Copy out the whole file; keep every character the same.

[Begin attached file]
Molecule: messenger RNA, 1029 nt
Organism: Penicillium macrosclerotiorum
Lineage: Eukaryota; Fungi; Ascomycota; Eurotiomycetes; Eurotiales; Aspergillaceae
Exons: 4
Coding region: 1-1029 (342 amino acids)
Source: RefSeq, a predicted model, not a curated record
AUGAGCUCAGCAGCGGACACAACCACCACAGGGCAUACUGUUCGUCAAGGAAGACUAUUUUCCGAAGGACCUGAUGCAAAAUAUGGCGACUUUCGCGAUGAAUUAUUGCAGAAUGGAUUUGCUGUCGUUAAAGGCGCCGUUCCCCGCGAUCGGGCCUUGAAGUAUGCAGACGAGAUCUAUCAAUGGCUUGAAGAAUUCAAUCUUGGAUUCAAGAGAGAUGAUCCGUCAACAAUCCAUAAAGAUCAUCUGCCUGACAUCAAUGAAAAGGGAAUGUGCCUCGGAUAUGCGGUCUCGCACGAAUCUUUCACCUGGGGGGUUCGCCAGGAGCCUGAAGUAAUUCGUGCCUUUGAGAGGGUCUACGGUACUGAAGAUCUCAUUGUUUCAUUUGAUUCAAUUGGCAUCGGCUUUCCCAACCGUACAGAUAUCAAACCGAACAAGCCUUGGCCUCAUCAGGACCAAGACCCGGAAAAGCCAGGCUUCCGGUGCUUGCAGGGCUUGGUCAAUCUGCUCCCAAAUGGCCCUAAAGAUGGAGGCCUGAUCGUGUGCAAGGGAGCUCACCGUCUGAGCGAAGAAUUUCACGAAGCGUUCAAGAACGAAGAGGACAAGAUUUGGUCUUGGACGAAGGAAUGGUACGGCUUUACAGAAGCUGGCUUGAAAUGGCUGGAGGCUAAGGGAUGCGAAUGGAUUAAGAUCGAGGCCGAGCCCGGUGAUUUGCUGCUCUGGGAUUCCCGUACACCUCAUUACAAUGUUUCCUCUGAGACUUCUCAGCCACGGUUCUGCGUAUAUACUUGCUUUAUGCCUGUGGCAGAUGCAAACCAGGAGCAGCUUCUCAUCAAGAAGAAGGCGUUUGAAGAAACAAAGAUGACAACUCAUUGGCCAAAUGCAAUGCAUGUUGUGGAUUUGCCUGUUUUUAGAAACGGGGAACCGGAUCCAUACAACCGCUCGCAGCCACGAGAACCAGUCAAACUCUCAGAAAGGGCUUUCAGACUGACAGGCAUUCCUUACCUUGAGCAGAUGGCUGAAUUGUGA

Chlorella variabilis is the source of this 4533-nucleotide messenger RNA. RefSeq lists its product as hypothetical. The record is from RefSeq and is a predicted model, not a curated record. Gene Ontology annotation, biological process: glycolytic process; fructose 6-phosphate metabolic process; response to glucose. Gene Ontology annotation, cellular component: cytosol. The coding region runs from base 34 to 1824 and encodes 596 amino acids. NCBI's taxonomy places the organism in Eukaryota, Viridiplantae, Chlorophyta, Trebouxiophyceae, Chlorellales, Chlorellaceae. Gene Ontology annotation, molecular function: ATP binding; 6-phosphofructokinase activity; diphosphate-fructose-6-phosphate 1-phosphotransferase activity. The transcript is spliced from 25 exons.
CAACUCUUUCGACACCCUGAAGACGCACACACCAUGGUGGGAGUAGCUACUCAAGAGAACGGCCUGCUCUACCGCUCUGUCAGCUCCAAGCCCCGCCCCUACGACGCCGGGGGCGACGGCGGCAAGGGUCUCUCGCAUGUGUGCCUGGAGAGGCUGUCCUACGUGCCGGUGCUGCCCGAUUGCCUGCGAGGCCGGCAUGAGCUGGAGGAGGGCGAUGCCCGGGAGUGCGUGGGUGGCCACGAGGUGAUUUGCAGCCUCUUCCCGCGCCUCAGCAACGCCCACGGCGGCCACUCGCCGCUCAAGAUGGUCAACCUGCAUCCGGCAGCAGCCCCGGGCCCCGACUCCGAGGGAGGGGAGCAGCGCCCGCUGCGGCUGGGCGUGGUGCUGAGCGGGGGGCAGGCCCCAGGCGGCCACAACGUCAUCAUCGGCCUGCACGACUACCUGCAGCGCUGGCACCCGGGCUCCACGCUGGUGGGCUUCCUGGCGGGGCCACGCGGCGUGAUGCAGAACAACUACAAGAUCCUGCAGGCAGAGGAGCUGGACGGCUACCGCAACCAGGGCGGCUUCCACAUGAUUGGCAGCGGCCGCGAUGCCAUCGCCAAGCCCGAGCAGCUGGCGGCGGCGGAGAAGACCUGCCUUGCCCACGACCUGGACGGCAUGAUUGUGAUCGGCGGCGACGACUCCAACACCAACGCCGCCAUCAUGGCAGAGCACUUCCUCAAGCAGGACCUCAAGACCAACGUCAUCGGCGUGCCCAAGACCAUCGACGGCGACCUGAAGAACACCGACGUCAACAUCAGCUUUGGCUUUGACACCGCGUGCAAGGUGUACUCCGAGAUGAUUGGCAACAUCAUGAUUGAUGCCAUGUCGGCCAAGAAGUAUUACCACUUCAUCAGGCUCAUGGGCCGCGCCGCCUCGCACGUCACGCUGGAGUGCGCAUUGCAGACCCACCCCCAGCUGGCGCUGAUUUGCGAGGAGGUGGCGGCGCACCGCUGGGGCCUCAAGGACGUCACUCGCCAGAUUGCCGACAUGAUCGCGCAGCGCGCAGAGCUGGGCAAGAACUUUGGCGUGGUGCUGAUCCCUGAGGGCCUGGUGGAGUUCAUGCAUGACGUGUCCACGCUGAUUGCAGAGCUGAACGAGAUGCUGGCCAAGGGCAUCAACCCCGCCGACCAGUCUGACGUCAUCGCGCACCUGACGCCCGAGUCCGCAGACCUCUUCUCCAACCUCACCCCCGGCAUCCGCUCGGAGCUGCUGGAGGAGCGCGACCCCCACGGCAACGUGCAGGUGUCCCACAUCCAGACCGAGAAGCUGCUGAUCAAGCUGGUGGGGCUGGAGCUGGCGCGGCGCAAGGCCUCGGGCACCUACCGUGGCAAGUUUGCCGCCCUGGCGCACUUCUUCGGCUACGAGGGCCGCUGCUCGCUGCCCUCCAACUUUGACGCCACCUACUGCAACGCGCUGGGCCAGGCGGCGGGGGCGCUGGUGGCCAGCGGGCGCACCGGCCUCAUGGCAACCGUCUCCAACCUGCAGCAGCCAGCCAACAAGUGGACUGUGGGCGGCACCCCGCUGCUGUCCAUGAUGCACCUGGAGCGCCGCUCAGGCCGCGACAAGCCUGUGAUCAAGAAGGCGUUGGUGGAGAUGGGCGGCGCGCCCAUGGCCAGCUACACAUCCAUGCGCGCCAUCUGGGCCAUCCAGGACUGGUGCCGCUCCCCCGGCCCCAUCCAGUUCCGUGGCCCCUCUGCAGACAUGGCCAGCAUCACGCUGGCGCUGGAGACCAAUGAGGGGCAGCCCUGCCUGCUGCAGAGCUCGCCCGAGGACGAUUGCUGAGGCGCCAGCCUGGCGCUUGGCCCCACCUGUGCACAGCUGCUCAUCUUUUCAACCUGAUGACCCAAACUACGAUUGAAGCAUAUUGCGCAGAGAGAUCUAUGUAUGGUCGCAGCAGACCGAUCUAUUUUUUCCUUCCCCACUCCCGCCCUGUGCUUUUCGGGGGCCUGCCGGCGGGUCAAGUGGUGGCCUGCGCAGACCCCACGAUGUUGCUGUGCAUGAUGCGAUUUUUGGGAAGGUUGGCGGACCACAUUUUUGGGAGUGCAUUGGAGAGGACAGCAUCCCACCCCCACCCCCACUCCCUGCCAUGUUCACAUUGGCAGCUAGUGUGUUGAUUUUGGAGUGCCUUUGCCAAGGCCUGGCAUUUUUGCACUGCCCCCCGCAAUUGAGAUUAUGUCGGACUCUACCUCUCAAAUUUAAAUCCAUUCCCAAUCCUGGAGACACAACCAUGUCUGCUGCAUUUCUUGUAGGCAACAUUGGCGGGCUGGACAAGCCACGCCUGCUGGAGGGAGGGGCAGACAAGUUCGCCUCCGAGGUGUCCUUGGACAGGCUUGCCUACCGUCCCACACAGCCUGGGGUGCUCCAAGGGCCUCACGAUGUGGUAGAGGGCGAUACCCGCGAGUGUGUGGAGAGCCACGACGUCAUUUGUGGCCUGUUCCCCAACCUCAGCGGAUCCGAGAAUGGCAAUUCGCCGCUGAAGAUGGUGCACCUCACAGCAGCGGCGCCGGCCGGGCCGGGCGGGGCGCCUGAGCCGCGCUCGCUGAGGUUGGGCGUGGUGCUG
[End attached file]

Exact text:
Molecule: messenger RNA, 1029 nt
Organism: Penicillium macrosclerotiorum
Lineage: Eukaryota; Fungi; Ascomycota; Eurotiomycetes; Eurotiales; Aspergillaceae
Exons: 4
Coding region: 1-1029 (342 amino acids)
Source: RefSeq, a predicted model, not a curated record
AUGAGCUCAGCAGCGGACACAACCACCACAGGGCAUACUGUUCGUCAAGGAAGACUAUUUUCCGAAGGACCUGAUGCAAAAUAUGGCGACUUUCGCGAUGAAUUAUUGCAGAAUGGAUUUGCUGUCGUUAAAGGCGCCGUUCCCCGCGAUCGGGCCUUGAAGUAUGCAGACGAGAUCUAUCAAUGGCUUGAAGAAUUCAAUCUUGGAUUCAAGAGAGAUGAUCCGUCAACAAUCCAUAAAGAUCAUCUGCCUGACAUCAAUGAAAAGGGAAUGUGCCUCGGAUAUGCGGUCUCGCACGAAUCUUUCACCUGGGGGGUUCGCCAGGAGCCUGAAGUAAUUCGUGCCUUUGAGAGGGUCUACGGUACUGAAGAUCUCAUUGUUUCAUUUGAUUCAAUUGGCAUCGGCUUUCCCAACCGUACAGAUAUCAAACCGAACAAGCCUUGGCCUCAUCAGGACCAAGACCCGGAAAAGCCAGGCUUCCGGUGCUUGCAGGGCUUGGUCAAUCUGCUCCCAAAUGGCCCUAAAGAUGGAGGCCUGAUCGUGUGCAAGGGAGCUCACCGUCUGAGCGAAGAAUUUCACGAAGCGUUCAAGAACGAAGAGGACAAGAUUUGGUCUUGGACGAAGGAAUGGUACGGCUUUACAGAAGCUGGCUUGAAAUGGCUGGAGGCUAAGGGAUGCGAAUGGAUUAAGAUCGAGGCCGAGCCCGGUGAUUUGCUGCUCUGGGAUUCCCGUACACCUCAUUACAAUGUUUCCUCUGAGACUUCUCAGCCACGGUUCUGCGUAUAUACUUGCUUUAUGCCUGUGGCAGAUGCAAACCAGGAGCAGCUUCUCAUCAAGAAGAAGGCGUUUGAAGAAACAAAGAUGACAACUCAUUGGCCAAAUGCAAUGCAUGUUGUGGAUUUGCCUGUUUUUAGAAACGGGGAACCGGAUCCAUACAACCGCUCGCAGCCACGAGAACCAGUCAAACUCUCAGAAAGGGCUUUCAGACUGACAGGCAUUCCUUACCUUGAGCAGAUGGCUGAAUUGUGA

Chlorella variabilis is the source of this 4533-nucleotide messenger RNA. RefSeq lists its product as hypothetical. The record is from RefSeq and is a predicted model, not a curated record. Gene Ontology annotation, biological process: glycolytic process; fructose 6-phosphate metabolic process; response to glucose. Gene Ontology annotation, cellular component: cytosol. The coding region runs from base 34 to 1824 and encodes 596 amino acids. NCBI's taxonomy places the organism in Eukaryota, Viridiplantae, Chlorophyta, Trebouxiophyceae, Chlorellales, Chlorellaceae. Gene Ontology annotation, molecular function: ATP binding; 6-phosphofructokinase activity; diphosphate-fructose-6-phosphate 1-phosphotransferase activity. The transcript is spliced from 25 exons.
CAACUCUUUCGACACCCUGAAGACGCACACACCAUGGUGGGAGUAGCUACUCAAGAGAACGGCCUGCUCUACCGCUCUGUCAGCUCCAAGCCCCGCCCCUACGACGCCGGGGGCGACGGCGGCAAGGGUCUCUCGCAUGUGUGCCUGGAGAGGCUGUCCUACGUGCCGGUGCUGCCCGAUUGCCUGCGAGGCCGGCAUGAGCUGGAGGAGGGCGAUGCCCGGGAGUGCGUGGGUGGCCACGAGGUGAUUUGCAGCCUCUUCCCGCGCCUCAGCAACGCCCACGGCGGCCACUCGCCGCUCAAGAUGGUCAACCUGCAUCCGGCAGCAGCCCCGGGCCCCGACUCCGAGGGAGGGGAGCAGCGCCCGCUGCGGCUGGGCGUGGUGCUGAGCGGGGGGCAGGCCCCAGGCGGCCACAACGUCAUCAUCGGCCUGCACGACUACCUGCAGCGCUGGCACCCGGGCUCCACGCUGGUGGGCUUCCUGGCGGGGCCACGCGGCGUGAUGCAGAACAACUACAAGAUCCUGCAGGCAGAGGAGCUGGACGGCUACCGCAACCAGGGCGGCUUCCACAUGAUUGGCAGCGGCCGCGAUGCCAUCGCCAAGCCCGAGCAGCUGGCGGCGGCGGAGAAGACCUGCCUUGCCCACGACCUGGACGGCAUGAUUGUGAUCGGCGGCGACGACUCCAACACCAACGCCGCCAUCAUGGCAGAGCACUUCCUCAAGCAGGACCUCAAGACCAACGUCAUCGGCGUGCCCAAGACCAUCGACGGCGACCUGAAGAACACCGACGUCAACAUCAGCUUUGGCUUUGACACCGCGUGCAAGGUGUACUCCGAGAUGAUUGGCAACAUCAUGAUUGAUGCCAUGUCGGCCAAGAAGUAUUACCACUUCAUCAGGCUCAUGGGCCGCGCCGCCUCGCACGUCACGCUGGAGUGCGCAUUGCAGACCCACCCCCAGCUGGCGCUGAUUUGCGAGGAGGUGGCGGCGCACCGCUGGGGCCUCAAGGACGUCACUCGCCAGAUUGCCGACAUGAUCGCGCAGCGCGCAGAGCUGGGCAAGAACUUUGGCGUGGUGCUGAUCCCUGAGGGCCUGGUGGAGUUCAUGCAUGACGUGUCCACGCUGAUUGCAGAGCUGAACGAGAUGCUGGCCAAGGGCAUCAACCCCGCCGACCAGUCUGACGUCAUCGCGCACCUGACGCCCGAGUCCGCAGACCUCUUCUCCAACCUCACCCCCGGCAUCCGCUCGGAGCUGCUGGAGGAGCGCGACCCCCACGGCAACGUGCAGGUGUCCCACAUCCAGACCGAGAAGCUGCUGAUCAAGCUGGUGGGGCUGGAGCUGGCGCGGCGCAAGGCCUCGGGCACCUACCGUGGCAAGUUUGCCGCCCUGGCGCACUUCUUCGGCUACGAGGGCCGCUGCUCGCUGCCCUCCAACUUUGACGCCACCUACUGCAACGCGCUGGGCCAGGCGGCGGGGGCGCUGGUGGCCAGCGGGCGCACCGGCCUCAUGGCAACCGUCUCCAACCUGCAGCAGCCAGCCAACAAGUGGACUGUGGGCGGCACCCCGCUGCUGUCCAUGAUGCACCUGGAGCGCCGCUCAGGCCGCGACAAGCCUGUGAUCAAGAAGGCGUUGGUGGAGAUGGGCGGCGCGCCCAUGGCCAGCUACACAUCCAUGCGCGCCAUCUGGGCCAUCCAGGACUGGUGCCGCUCCCCCGGCCCCAUCCAGUUCCGUGGCCCCUCUGCAGACAUGGCCAGCAUCACGCUGGCGCUGGAGACCAAUGAGGGGCAGCCCUGCCUGCUGCAGAGCUCGCCCGAGGACGAUUGCUGAGGCGCCAGCCUGGCGCUUGGCCCCACCUGUGCACAGCUGCUCAUCUUUUCAACCUGAUGACCCAAACUACGAUUGAAGCAUAUUGCGCAGAGAGAUCUAUGUAUGGUCGCAGCAGACCGAUCUAUUUUUUCCUUCCCCACUCCCGCCCUGUGCUUUUCGGGGGCCUGCCGGCGGGUCAAGUGGUGGCCUGCGCAGACCCCACGAUGUUGCUGUGCAUGAUGCGAUUUUUGGGAAGGUUGGCGGACCACAUUUUUGGGAGUGCAUUGGAGAGGACAGCAUCCCACCCCCACCCCCACUCCCUGCCAUGUUCACAUUGGCAGCUAGUGUGUUGAUUUUGGAGUGCCUUUGCCAAGGCCUGGCAUUUUUGCACUGCCCCCCGCAAUUGAGAUUAUGUCGGACUCUACCUCUCAAAUUUAAAUCCAUUCCCAAUCCUGGAGACACAACCAUGUCUGCUGCAUUUCUUGUAGGCAACAUUGGCGGGCUGGACAAGCCACGCCUGCUGGAGGGAGGGGCAGACAAGUUCGCCUCCGAGGUGUCCUUGGACAGGCUUGCCUACCGUCCCACACAGCCUGGGGUGCUCCAAGGGCCUCACGAUGUGGUAGAGGGCGAUACCCGCGAGUGUGUGGAGAGCCACGACGUCAUUUGUGGCCUGUUCCCCAACCUCAGCGGAUCCGAGAAUGGCAAUUCGCCGCUGAAGAUGGUGCACCUCACAGCAGCGGCGCCGGCCGGGCCGGGCGGGGCGCCUGAGCCGCGCUCGCUGAGGUUGGGCGUGGUGCUG